• Lastly, you have some expectation that computer technology will continue advancing, making your computer "worth less" in a year. We can make this argument more precise, but to illustrate the idea, suppose you believe that computers will become 30% better (for "the same" cost) a year from now. Then at the very least, you ought to expect Alice to pay you 30% of the current value of your computer now or provide equivalent compensation, in addition to considering the other factors above. After all, if you didn't price this factor into the contract, Alice could immediately sell your laptop now for (let's just say) $100, then buy a brand new, older model equivalent for $70 one year from now, netting her a $30 profit! Related to this, even if you expect your laptop to be worth the same, there is some uncertainty around this expectation because it is with regard to a future event. If you didn't factor this into the price you negotiate, you are effectively taking on additional risk for no additional compensation.

Now each of these factors are interesting in their own right, but in an effort to get at the essence of the problem, let's idealize our scenario a bit. Suppose that, instead of Alice, you are approached by Trent. For purposes of this thought experiment, let us assume that Trent, who also happens to be your friend, is known worldwide as the most trustworthy person in existence and has zero risk of defaulting on his obligations. If the earth still exists in a year, Trent will provide you with a laptop, no doubt about it. This eliminates any interest you might charge due to factor 1, the risk of default.

Furthermore, since Trent is your friend, suppose you aren't really looking to maximize how much you get from the deal. You only want to ensure that you "break even" and are fine with selling Trent the contract "at cost". Thus, the fact that Tom, Dick, and Harry are all lined up willing to pay $100 is irrelevant. The only thing you have to decide is how much the use of your laptop is worth to you over the one year period, because that is what you will be giving up.

What about factor 3, your expectations (and uncertainty around) economic growth in laptop production. Even if Trent is perfectly trustworthy, and even if you don't mind just breaking even, this does not change your expectation that it will be easier/cheaper to obtain a comparable laptop one year from now. And if it is cheaper to obtain a comparable laptop one year from now, that implies (among other things) that if you wait a year to sell the laptop that Trent wishes to rent, you'll have to sell it for less than you could sell it for now. From this we conclude that that the possibility of economic growth must always be priced into any contract whose payout occurs in the future.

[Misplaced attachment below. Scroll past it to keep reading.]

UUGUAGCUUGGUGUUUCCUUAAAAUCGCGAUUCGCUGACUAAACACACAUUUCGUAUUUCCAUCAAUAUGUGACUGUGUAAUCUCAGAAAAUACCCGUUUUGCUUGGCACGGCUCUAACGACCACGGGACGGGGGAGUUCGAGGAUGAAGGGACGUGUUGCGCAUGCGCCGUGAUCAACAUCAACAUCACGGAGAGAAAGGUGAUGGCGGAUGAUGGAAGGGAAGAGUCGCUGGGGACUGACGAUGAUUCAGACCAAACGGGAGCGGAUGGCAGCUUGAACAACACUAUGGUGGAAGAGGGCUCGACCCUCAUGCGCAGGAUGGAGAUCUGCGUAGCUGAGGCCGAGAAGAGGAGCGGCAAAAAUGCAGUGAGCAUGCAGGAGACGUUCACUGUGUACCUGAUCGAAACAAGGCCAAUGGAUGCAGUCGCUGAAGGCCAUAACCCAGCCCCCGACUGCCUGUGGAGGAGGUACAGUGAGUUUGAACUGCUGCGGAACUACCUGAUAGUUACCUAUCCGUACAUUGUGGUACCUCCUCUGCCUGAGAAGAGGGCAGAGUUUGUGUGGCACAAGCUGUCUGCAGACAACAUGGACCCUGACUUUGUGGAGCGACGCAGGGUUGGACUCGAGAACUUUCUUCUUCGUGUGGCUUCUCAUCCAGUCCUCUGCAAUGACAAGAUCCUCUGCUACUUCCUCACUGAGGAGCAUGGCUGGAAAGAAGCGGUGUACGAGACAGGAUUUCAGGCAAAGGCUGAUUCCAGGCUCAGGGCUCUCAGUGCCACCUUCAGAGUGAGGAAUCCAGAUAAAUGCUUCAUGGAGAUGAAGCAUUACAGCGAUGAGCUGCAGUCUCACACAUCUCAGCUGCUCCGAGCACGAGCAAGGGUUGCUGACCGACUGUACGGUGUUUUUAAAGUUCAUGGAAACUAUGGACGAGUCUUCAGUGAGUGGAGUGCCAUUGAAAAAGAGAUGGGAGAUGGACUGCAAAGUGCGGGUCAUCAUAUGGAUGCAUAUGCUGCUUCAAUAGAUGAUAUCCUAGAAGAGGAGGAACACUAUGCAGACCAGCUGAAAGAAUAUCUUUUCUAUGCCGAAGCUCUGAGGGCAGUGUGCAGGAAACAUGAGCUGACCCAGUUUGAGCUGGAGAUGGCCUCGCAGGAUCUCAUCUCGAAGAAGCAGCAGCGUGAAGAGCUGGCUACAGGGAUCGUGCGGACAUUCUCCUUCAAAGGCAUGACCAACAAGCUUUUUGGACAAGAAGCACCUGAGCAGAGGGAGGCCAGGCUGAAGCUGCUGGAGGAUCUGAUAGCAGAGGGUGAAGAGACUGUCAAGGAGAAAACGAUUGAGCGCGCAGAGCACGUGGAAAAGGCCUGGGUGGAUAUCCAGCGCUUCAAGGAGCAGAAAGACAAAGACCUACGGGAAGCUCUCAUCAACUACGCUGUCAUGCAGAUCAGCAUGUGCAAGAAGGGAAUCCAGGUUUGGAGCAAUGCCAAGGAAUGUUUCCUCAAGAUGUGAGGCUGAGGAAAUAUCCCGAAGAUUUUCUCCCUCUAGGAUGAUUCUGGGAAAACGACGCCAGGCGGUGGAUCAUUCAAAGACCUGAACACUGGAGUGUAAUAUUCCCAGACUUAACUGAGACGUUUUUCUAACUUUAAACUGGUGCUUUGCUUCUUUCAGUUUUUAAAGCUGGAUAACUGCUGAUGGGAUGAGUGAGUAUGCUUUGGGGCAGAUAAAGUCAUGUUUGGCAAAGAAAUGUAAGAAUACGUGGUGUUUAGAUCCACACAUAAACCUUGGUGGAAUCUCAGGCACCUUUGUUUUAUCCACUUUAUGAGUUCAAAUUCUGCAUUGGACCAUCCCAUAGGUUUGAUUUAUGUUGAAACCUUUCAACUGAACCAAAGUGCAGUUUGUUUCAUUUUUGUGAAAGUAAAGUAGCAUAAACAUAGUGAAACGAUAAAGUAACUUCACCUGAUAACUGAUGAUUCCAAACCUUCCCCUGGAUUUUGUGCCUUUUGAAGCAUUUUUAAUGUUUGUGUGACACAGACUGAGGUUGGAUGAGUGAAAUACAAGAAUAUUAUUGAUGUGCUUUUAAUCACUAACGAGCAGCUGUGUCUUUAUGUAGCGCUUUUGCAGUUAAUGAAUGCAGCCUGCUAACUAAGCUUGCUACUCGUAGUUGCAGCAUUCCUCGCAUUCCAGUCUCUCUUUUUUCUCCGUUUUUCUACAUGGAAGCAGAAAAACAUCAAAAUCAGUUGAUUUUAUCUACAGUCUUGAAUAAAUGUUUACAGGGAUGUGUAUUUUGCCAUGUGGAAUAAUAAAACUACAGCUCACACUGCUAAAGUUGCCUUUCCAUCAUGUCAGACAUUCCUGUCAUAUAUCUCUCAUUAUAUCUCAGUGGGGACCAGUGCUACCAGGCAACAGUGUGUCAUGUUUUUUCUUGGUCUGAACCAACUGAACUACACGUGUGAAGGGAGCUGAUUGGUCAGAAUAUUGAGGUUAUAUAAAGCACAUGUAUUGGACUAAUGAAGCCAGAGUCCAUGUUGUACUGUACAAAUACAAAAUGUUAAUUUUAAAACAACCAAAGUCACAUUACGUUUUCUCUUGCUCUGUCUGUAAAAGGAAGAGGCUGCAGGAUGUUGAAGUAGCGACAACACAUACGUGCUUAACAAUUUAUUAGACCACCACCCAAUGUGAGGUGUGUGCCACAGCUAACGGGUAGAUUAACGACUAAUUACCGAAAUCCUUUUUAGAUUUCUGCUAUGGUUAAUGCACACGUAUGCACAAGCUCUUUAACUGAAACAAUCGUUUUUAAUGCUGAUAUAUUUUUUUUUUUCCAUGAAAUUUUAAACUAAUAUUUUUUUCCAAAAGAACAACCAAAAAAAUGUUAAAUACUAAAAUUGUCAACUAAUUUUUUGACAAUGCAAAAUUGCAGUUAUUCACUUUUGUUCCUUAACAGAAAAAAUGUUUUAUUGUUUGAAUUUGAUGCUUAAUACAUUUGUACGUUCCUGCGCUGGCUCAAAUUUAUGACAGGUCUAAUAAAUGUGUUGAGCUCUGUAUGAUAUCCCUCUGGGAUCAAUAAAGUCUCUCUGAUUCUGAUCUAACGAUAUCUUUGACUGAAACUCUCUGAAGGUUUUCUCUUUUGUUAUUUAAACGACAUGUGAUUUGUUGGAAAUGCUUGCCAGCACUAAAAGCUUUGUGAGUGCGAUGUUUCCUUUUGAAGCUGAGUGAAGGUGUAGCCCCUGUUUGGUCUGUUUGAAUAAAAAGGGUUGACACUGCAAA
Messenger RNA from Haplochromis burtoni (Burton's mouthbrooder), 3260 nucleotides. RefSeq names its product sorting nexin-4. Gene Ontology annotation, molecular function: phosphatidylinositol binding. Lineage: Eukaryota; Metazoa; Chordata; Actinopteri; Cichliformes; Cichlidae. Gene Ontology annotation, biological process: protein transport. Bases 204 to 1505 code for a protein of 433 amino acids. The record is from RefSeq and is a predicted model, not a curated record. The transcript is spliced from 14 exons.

Now consider the related question--suppose that instead of asking for use of your laptop for a year, Trent (or Alice) asks instead for $100, to be paid back in one year. What would you expect as compensation? Notice that the same factors apply to your decision:

  • You expect to be compensated for the possibility that Alice won't pay you back. Perhaps you request $10 now, in addition to the $100 a year from now, to account for this possibility. Or perhaps you request $112 after a year. For Trent, you don't bother with this premium.
  • Even for Trent, you will expect some premium due to the fact that receiving $100 a year from now is not as good as $100 now. This isn't just because you expect the dollar might depreciate by 3% in a year due to inflation, which we'll discuss in the next post; there's just that same opportunity cost of not being able to spend that $100 now on other goods or services you value. After all, with that $100 in your pocket, you could buy those cappuccinos for yourself every Thursday for six months, something that you derive enjoyment from. Lending out your $100 means delaying this enjoyment for a year. We say there is a time preference.
  • Just as it may be easier to obtain a comparable laptop a year from now, it may be easier to obtain $100 one year from now. There are various reasons why this could be so. One possibility is an increase in the money supply or availability of credit, due to actions of the central bank. We are going to ignore this factor, since our goal is a central-bank free currency and we don't want any central authority making decisions which affect interest rates. But the other key factor that may make it easier to obtain $100 a year from now is an increase in the rate at which currency circulates, also known as the velocity of money. We will be talking a lot more about velocity in future posts, but we can see that if on average a dollar changes hands more frequently, that implies dollars are easier to come by.

We are going to focus exclusively on this last factor, not because time preferences are uninteresting, but because this preference is a personal decision. A wealthy individual with more cash than he/she could reasonably spend in the next year may not demand as much interest from a loan due to this factor as someone who needs the cash for some short-term expenditures. Thus, it is somewhat orthogonal--individuals will price this factor into interest rates on loans and other contracts, but the monetary system itself does not need to be aware of these preferences.


We've examined what factors determine interest rates, then narrowed down these factors to a single, fundamental one, which could be summarized in the following way:

Any payout that occurs in the future, in whatever units (be it dollars, laptops, or cappuccinos), must account for the possibility that those units have differing relative value in the future as compared to the present.

In the next post, we are going to reason through how failure to account for this factor in a currency can lead to serious distortion of markets and financial instability. This will make it clear why commodity-backed currencies like a gold standard and simplistic 'fixed' currencies like BitCoin are inadequate and motivate design of 'smart' digital currency that explicitly accounts for changes in monetary velocity. We'll then compare the velocity-adjusted currency we develop to a typical monetary system managed by a central bank.

We've been a bit vague about this concept of "value" so far and what it means for an asset to change in value. This is something we'll delve into further in the next post.